Premier Icon dudeofdoom
    Full Member

    Correction, 3″ clearance either side – but that’s wheel to wheel width,

    Tbh it’s a mad thing very little margin for error and the posts are too low, I’d say that’s made the road/pavement more dangerous.

    Everyone’s a driving god here 😉 but judging your nearside to less than a few inches with a post you can’t see isn’t a thing I’d expect the majority of drivers to get right, .5 inch over from what is looking tight on the right post is crunch time.

    Premier Icon trail_rat
    Free Member

    3 inches a side. That’s q7 / range rover /Tesla S (which is noticeably wide when your following one) dimensions

    Less about being a driving god . More about using the big window to see what’s in front and not approaching at a speed sufficient to destroy your car.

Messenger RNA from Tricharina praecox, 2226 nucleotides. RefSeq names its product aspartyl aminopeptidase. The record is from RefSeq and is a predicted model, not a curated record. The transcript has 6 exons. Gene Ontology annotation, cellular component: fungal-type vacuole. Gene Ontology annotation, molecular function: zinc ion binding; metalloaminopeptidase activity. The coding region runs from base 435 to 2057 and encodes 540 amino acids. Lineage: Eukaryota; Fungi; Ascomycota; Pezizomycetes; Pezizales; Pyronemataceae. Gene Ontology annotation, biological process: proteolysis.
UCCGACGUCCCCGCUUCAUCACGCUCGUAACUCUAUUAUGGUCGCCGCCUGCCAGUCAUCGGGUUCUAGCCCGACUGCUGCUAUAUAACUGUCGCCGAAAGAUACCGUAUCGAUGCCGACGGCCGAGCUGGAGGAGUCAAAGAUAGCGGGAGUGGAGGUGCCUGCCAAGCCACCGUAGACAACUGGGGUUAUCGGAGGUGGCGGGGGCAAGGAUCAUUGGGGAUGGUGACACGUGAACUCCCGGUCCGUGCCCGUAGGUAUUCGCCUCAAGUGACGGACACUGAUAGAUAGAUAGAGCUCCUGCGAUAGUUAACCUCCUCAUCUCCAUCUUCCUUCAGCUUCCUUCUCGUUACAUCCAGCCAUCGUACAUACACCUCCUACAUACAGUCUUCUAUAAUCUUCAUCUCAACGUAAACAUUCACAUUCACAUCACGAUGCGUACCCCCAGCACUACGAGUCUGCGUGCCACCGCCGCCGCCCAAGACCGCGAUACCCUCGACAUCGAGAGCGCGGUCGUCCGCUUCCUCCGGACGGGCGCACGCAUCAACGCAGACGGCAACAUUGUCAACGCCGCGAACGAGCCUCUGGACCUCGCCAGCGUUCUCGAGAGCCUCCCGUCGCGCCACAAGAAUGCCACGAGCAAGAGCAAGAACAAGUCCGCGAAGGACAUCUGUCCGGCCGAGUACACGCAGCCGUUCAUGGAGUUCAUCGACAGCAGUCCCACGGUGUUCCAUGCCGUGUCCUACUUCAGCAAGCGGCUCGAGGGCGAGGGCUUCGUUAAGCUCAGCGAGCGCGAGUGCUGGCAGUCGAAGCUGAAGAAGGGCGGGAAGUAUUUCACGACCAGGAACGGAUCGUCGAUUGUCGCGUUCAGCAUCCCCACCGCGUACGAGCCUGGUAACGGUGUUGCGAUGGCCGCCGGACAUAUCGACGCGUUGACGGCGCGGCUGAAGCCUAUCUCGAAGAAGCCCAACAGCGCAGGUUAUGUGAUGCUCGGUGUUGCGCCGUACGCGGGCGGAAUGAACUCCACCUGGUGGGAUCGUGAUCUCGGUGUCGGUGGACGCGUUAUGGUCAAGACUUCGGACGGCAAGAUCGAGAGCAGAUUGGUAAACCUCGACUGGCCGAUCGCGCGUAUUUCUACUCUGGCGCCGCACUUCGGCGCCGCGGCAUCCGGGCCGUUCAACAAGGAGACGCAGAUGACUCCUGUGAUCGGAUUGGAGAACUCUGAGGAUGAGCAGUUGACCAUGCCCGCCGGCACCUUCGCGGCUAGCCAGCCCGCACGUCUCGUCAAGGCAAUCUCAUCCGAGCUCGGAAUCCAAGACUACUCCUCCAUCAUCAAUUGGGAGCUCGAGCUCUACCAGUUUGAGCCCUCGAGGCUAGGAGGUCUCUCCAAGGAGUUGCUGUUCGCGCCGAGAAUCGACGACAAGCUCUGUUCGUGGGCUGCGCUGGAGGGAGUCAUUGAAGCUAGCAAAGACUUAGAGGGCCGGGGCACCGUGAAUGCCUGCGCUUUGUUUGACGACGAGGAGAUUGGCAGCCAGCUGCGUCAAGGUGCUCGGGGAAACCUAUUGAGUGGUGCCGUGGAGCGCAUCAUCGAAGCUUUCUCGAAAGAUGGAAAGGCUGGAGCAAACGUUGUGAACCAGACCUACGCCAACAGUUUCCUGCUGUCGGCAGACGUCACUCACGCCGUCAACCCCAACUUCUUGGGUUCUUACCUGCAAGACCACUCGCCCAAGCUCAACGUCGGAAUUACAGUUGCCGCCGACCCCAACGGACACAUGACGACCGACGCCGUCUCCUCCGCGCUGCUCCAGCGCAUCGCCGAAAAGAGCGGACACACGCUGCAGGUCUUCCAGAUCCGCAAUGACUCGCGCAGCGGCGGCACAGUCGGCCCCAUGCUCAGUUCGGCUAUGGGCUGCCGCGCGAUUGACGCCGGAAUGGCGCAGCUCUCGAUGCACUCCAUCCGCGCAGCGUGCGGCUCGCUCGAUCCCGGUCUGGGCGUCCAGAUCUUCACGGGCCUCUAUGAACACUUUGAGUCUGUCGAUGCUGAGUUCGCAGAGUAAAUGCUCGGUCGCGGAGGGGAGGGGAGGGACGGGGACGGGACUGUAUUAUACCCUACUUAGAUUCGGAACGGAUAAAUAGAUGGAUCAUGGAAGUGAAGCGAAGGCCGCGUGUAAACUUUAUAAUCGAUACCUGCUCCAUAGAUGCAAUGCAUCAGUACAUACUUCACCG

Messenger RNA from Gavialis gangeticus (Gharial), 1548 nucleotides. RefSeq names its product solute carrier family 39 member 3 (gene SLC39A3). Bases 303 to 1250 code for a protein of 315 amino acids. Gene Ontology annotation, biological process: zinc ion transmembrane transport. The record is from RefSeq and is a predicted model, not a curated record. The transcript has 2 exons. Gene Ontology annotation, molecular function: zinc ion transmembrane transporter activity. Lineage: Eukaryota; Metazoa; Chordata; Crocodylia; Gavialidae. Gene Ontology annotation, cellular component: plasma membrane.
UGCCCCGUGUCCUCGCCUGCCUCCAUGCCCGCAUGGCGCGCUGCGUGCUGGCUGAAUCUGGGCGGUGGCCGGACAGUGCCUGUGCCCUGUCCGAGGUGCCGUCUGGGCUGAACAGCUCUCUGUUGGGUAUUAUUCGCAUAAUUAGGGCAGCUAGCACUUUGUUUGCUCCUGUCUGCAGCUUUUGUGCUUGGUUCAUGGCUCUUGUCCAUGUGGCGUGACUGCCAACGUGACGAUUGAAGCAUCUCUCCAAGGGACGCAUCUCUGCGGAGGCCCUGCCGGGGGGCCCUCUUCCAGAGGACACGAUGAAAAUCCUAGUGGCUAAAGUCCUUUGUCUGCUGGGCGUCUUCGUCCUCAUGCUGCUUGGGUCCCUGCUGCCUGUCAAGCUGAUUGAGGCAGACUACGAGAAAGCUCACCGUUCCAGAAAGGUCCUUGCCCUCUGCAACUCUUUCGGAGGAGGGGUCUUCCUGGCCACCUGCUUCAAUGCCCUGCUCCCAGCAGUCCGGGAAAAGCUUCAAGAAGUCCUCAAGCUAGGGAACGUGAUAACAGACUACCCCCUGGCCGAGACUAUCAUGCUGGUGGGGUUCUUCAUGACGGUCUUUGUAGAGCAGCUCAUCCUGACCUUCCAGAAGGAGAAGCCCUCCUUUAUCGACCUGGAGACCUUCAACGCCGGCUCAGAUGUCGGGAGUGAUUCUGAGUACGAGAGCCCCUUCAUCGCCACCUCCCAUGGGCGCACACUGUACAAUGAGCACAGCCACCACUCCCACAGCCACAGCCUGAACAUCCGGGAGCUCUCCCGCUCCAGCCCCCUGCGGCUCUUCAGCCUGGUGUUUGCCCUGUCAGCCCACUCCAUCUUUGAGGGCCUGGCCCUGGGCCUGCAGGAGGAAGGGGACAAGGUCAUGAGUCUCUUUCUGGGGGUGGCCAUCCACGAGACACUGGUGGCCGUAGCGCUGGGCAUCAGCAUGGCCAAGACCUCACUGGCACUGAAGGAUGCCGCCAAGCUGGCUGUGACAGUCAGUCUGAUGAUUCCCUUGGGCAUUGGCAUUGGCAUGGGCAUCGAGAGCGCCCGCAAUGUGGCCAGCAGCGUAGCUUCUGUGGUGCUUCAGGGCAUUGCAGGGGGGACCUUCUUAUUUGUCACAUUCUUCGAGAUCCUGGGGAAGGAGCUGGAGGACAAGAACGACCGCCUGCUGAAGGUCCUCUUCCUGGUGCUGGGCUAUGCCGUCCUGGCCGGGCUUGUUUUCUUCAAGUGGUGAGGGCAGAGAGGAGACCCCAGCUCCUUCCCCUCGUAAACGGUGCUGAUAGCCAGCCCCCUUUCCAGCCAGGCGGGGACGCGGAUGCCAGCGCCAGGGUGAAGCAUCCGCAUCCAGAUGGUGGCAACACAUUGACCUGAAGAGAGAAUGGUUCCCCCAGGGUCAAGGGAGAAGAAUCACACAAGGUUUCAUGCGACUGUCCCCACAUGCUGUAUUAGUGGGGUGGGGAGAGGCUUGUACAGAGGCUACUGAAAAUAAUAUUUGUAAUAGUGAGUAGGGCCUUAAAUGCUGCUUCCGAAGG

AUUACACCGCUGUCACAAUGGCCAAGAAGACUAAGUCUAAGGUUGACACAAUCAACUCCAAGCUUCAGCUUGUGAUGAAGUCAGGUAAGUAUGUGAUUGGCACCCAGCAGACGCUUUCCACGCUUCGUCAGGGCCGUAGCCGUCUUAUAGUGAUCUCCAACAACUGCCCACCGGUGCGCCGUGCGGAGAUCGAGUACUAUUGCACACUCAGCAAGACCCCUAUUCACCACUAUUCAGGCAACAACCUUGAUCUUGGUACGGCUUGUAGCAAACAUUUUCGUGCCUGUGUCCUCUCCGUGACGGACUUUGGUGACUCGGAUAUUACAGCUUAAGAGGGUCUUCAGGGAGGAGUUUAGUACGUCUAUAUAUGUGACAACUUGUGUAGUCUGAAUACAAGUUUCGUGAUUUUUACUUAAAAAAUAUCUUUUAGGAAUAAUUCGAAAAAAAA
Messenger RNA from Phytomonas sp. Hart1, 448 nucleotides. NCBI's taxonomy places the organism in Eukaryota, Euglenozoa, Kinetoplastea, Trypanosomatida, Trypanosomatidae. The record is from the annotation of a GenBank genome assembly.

Premier Icon iamtheresurrection
    Full Member

    Substitute cyclist on a narrow road for that bollard, and there’s no sympathy for those drivers.

    Take their licences from them, they’re not fit to drive.

    I think that’s more than an over-reaction, and hardly comparable.

    If it’s not, just to be clear, you’re happy to be passed on a narrow country lane by a competent driver as long as they maintain three inches of space?

    Premier Icon trail_rat
    Free Member

    If it’s not, just to be clear, you’re happy to be passed on a narrow country lane by a competent driver as long as they maintain three inches of space?